Once you do plug in, though, El Hombre is a study in what a nice slab of wood, careful construction, and a great set of humbuckers can mean in sonic terms. The Lollar Imperials are a perfect match for the alder El Hombre, with an uncommonly wide range and responsiveness that make this guitar effective and expressive in countless situations—especially if you’re willing to tinker freely with the volume and tone knobs.
With the bridge pickup engaged, and volume and tone maxed, the Hombre and the Imperials speak in a detailed, super-dimensional voice you don’t hear from a lot of humbuckers—particularly when you thump the low E string and let it rumble. There’s not a hint of muddiness, simple chords burst with overtones, and the excellent string-to-string definition make the guitar a dream for jangly arpeggios and speedy lead work that benefit from great from a more focused sonic picture. Encounters with pickups that are this hi-fi and full of character are rare. And El Hombre’s playability, balance, and attitude invite you to dig in and explore every facet.
Rolling off the tone and volume a touch doesn’t cost you much in terms of harmonic content. El Hombre’s alder body, the Imperials, and some very responsive pots help the guitar retain brightness and detail that can help you work around vocals and dynamics within a song or arrangement without a sacrifice in character. The combination of El Hombre’s alder-toned personality and the Lollars also create a slightly and pleasingly compressed voice that also works beautifully with a little additional pedal compression or overdrive. Even if El Hombre gave you just the bridge pickup to work with, it would be an astonishingly colorful guitar.
The manner in which El Hombre and the Imperial in the neck position match up makes the guitar a superstar of versatility. Though the neck pickup lacks a little of the range of the bridge pickup (you lose a fair bit of detail with the tone knob all he way back, unlike, say a good 335) keeping the tone knob somewhere between halfway up and full enables you to explore a tone spectrum that runs from bright-and-mellow Jim Hall tones to slow-burn Peter Green zones.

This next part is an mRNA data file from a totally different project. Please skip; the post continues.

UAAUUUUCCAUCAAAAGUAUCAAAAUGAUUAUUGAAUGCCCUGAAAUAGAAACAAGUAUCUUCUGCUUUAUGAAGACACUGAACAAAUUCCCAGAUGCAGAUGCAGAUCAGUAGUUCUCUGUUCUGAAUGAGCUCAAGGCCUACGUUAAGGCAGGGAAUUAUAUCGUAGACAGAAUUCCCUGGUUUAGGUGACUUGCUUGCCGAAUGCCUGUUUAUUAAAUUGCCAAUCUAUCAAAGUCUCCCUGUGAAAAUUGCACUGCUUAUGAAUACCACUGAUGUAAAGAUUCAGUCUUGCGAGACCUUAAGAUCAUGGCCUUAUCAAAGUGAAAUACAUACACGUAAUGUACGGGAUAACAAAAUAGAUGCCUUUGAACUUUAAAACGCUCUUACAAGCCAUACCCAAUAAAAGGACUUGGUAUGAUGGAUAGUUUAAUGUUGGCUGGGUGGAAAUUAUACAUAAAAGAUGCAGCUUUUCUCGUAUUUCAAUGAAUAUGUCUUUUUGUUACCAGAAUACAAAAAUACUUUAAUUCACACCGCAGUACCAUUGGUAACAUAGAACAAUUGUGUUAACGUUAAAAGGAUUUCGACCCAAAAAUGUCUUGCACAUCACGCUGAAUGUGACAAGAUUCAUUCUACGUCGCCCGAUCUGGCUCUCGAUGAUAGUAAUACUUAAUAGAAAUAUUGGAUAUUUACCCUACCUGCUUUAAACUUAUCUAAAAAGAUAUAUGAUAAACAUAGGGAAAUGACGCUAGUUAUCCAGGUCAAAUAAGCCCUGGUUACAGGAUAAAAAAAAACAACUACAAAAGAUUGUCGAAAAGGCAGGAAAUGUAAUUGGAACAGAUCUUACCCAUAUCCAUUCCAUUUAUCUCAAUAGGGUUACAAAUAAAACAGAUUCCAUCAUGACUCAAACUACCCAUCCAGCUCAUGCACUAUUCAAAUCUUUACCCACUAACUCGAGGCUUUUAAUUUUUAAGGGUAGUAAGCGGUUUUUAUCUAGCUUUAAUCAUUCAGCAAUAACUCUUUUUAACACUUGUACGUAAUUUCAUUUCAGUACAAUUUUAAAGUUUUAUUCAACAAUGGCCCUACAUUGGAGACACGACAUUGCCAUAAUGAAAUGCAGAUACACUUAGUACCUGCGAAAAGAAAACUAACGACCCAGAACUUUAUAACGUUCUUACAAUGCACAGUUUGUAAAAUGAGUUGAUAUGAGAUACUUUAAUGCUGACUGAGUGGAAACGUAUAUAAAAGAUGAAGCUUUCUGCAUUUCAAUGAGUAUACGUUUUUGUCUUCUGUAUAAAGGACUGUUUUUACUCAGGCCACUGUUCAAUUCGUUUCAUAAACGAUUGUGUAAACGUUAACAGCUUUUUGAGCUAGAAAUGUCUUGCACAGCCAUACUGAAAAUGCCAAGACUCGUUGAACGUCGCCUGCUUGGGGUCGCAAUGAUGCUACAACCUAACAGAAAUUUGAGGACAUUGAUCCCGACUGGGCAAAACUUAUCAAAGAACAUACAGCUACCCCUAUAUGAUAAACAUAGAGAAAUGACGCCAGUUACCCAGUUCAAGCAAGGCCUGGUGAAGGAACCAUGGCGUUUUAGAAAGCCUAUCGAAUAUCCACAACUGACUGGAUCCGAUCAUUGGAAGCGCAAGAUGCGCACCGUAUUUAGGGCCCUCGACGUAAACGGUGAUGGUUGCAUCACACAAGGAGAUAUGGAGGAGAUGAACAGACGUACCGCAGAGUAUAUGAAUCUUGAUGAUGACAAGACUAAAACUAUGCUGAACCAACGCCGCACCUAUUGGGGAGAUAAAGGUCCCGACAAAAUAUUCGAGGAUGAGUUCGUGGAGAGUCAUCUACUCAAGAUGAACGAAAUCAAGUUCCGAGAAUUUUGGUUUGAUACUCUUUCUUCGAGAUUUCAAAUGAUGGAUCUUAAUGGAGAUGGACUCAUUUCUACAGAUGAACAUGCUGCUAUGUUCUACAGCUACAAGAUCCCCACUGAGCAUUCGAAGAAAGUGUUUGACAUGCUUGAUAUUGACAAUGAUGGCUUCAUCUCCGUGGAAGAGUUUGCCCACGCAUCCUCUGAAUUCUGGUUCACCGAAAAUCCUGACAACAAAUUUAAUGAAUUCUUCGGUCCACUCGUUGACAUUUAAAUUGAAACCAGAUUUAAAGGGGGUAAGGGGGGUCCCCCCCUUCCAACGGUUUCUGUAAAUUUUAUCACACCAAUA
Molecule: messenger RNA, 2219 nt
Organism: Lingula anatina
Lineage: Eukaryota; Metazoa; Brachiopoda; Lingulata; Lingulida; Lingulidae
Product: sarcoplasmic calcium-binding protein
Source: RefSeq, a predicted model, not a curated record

El Hombre is about as solid, practical, and expressive as a humbucker-fitted solidbody guitar can be. And while the Japanese pawn-shop/’70s Fender/Firebird fusion styling is bound to estrange some, it’s a beautiful and balanced design that has loads of practical merit and marks a welcome departure from the more familiar solidbody templates. The alder body, careful construction, and Lollar Imperial pickups make El Hombre a great match for high-headroom and smaller Fender-style amps, which showcase it’s many harmonic shades, and Vox- and Marshall-style circuits that highlight its hot-headed, stinging and singing side.
At $1,650, El Hombre is hardly a bargain-priced instrument. But it matches up or exceeds the performance of a lot of comparably configured and comparably priced humbucker-equipped solidbodies. And given how good this guitar sounds outside price constraints it qualifies it’s worth every bit of the coin if you can spare it.